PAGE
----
Pakistan has invariably been outsmarted by Iran insofar as some real or perceived tensions emanating from the development of two ports - Gwadar and Chabahar - are concerned. Consider: Iranian Foreign Minister Dr Javad Zarif has invited Pakistan to participate in Chabahar seaport project and development of its link with Gwadar Port as he sought to allay Pakistan's legitimate concerns over Indian involvement in the Iranian port. "We offered to participate in the China-Pakistan Economic Corridor (CPEC). We have also offered Pakistan and China to participate in Chabahar," Dr Zarif reportedly said while delivering a lecture at the Institute of Strategic Studies Islamabad (ISSI) that had been held to commemorate the 70th anniversary of establishment of Pak-Iran diplomatic relations the other day. Dr Zarif is spot-on in relation to the criticality of the two ports for development of deprived Eastern and Southeastern Iran and Southwestern Pakistan and his suggestion that both needed to be linked through sea and land routes for giving effect to their complementarities also deserves praise. He has claimed that Tehran's relations with New Delhi are not against Islamabad. However, his emphasis that "[W]e are taking measures to do that and there is an open invitation to Pakistan to participate in that" clearly indicates that the Iranian leadership is ill at ease after providing space to Pakistan's arch enemy in the neighbourhood of Gwadar port. No doubt, there's the rub. How could Dr Zarif be so sure when the Islamic republic has leased out the entire operational control of a port located in close proximity of the flagship project of the China Pakistan Economic Corridor (CPEC) to Pakistan's traditional rival India? The town that hosts Iran's only oceanic port was the place from where RAW's convicted agent Commander Kulbhushan Jadhav carried out his activities before he finally entered, of course illegally, Pakistan's Balochistan. His argument that Chabahar port project was not meant to "encircle Pakistan ... strangulate anybody" and that Iran would not allow anybody to hurt Pakistan from its territory much like Pakistan would not allow its soil to be used against Iran lacks plausibility when Dr Zarif likens Iran's relations with India to Pakistan's ties with Saudi Arabia. "Our relations with India, just like Pakistan's relations with Saudi Arabia, are not against Pakistan as we understand Pakistan's relations with Saudi Arabia are not against Iran," according to him. Is it a fair comparison? Were Saudi Arabia-Iran relations marred by protracted hostilities, growing distrust and deep suspicions prior to the removal of the Shah of Iran? Have Iran and Saudi Arabia ever gone to war with each other? Has Saudi Arabia been orchestrating terrorist activities inside Iran as what India has been doing in Pakistan? Hasn't Pakistan strongly annoyed Saudi Arabia by refusing to commit troops to the Yemen conflict in which the kingdom and Iran are pitted against each other? There could be so many other questions to challenge the assertion of the honourable foreign dignitary. Inviting China, world's second largest economy and the largest trading partner of Iran, to the Chabahar project however strictly constitutes an Iran-China bilateral matter, restraining this newspaper from making any comment.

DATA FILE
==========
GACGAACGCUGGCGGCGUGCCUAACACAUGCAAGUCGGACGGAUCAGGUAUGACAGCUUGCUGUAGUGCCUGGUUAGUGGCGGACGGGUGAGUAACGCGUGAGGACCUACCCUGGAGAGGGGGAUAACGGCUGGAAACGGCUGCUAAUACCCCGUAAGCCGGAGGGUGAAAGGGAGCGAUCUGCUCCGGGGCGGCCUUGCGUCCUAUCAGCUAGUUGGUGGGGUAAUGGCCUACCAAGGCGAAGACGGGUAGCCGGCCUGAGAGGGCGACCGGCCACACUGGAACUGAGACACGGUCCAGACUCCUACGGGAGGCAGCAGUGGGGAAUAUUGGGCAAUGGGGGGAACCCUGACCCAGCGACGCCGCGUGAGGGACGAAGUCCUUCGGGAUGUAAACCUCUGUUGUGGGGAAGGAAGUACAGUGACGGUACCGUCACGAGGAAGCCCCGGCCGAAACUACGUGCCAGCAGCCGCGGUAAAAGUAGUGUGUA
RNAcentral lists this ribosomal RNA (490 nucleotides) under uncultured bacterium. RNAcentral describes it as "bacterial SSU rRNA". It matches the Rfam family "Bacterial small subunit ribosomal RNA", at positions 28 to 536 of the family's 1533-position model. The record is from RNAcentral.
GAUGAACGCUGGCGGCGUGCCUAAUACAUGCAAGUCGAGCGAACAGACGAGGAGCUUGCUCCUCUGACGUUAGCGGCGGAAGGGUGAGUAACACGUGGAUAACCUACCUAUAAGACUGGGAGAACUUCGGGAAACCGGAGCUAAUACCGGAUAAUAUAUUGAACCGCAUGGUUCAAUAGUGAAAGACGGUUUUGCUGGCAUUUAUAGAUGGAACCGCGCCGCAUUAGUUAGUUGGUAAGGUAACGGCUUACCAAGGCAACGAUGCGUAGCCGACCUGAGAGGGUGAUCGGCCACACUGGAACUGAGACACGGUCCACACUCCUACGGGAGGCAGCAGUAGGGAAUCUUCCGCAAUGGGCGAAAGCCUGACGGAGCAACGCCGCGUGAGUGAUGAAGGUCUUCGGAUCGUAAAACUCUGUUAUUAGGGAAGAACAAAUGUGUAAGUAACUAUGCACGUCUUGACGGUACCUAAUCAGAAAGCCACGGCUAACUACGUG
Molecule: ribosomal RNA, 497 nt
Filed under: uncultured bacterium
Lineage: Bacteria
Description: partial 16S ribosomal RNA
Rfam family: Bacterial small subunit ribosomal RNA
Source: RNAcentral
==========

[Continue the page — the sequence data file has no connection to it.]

Be that as it may, Dr Zarif must be praised for his vision for better ties between Pakistan and Iran that envisages realisation of long delayed Iran-Pakistan (IP) gas pipeline, establishment of banking ties, signing a Free Trade Agreement (FTA) and making Gwadar and Chabahar ports complementary. It is true that banking relations are considered crucial to expanding bilateral trade that is currently at $1.2 billion. The target is to increase it to $5 billion per annum over next few years. The absence of regular banking channels, however, adds to the profundity of challenge. Iran's banking authorities are therefore requested to take a sympathetic view of Pakistani banks' approach to this bilateral objective as Iran continues to face a slew of economic sanctions by the US. The situation therefore requires Pakistani banks to act cautiously and prudently in view of growing global financial oversights and regulations. Notwithstanding successive Pakistani governments' complacent approach to the IP project, these reasons do represent a formidable obstacle to the completion of this mega energy project as well. The PML-N government must respond to Iran's move in the most generous manner possible in view of the fact that not only are the two Islamic countries friends, they are also neighbours.